Earlier this week I sat down with an oncologist from Brampton, Ontario to ask about this oral versus intravenous issue and how it affects the patients he sees. He said quite plainly that ONE in every THREE patients he sees has trouble accessing cancer medications due to the cumbersome process for approvals.
It goes like this:
Oncologist makes the diagnoses and chooses the right drug, which just happens to be an oral drug.
Does patient have insurance? No. Then they have to fill out the forms for Trillium...sometimes there is a Medicines Reimbursement Specialist to help because this is an extensive process requiring income tax information from everyone in the household. Sometimes the patient has to do the paperwork themselves because one third of cancer centres don't have someone to help. Sometimes the patient is just overwhelmed and doesn't understand why they have to do this. Or has language issues. Or hasn't filed their taxes because they have been ill.
And then they wait... could be 4 weeks, could be 6 weeks for Trillium to get back to them.
The oncologist must also do the paperwork for the EAP program in Ontario (Exceptional Access Program). That application, along with the patient's medical information, will be reviewed by the EAP office (actually by an oncologist under contract with EAP) to determine eligibility. Sometimes the application is denied. And then the initial oncologist fills out more paperwork to appeal. (Of note: this is not the case for intravenous drugs from CCO. The oncologist makes the order online according to eligibility criteria.)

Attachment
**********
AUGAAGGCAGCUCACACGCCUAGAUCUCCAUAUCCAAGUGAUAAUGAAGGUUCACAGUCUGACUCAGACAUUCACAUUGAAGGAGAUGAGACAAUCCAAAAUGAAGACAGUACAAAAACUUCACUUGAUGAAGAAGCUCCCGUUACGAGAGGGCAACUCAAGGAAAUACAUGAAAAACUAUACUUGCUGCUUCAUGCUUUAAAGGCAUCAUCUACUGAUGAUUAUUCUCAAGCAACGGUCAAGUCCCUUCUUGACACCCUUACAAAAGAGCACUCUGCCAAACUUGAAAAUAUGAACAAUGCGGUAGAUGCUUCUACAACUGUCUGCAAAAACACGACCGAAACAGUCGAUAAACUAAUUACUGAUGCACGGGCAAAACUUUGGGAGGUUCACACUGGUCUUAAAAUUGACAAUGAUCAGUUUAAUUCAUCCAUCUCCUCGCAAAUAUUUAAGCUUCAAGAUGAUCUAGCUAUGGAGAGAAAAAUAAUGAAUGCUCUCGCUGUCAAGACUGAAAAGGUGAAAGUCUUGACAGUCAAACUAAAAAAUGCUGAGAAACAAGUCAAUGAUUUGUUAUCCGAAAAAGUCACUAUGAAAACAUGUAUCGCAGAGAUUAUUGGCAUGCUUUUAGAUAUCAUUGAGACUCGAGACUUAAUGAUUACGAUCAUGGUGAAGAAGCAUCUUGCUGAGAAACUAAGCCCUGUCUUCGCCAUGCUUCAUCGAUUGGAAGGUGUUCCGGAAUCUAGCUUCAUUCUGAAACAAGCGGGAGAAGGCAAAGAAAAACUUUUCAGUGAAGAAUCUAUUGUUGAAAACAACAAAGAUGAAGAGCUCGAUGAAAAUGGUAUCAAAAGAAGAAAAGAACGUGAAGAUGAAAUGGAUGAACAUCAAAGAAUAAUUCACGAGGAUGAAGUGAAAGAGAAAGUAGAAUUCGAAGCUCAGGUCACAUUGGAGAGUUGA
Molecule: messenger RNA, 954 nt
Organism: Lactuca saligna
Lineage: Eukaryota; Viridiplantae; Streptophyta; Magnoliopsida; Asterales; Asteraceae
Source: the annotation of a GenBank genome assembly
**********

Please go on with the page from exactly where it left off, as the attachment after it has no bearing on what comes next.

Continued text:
Six to eight weeks later, the patient has a second appointment. Their condition appears to have deteriorated. They still have no drug.
In Ontario, if this was an intravenous drug, Cancer Care Ontario has a mandate that all patients should wait no longer than 2 weeks from consult to first treatment. For oral cancer therapy, there is no mandated timeframe.
Patients wait for private insurance. They wait for Trillium. They wait for EAP. and they find out how much they will have to pay themselves. And how they will afford it.
Unfortunately cancer cells don't wait until the funding gets sorted out.
Tumours grow. Patients get sicker. And then they (we) lose our best chance to keep this disease in check.
Is that fair? We have a cancer system in Ontario. Let's make it a cancer system for all Ontarians for all cancers and all drugs that are provincially approved.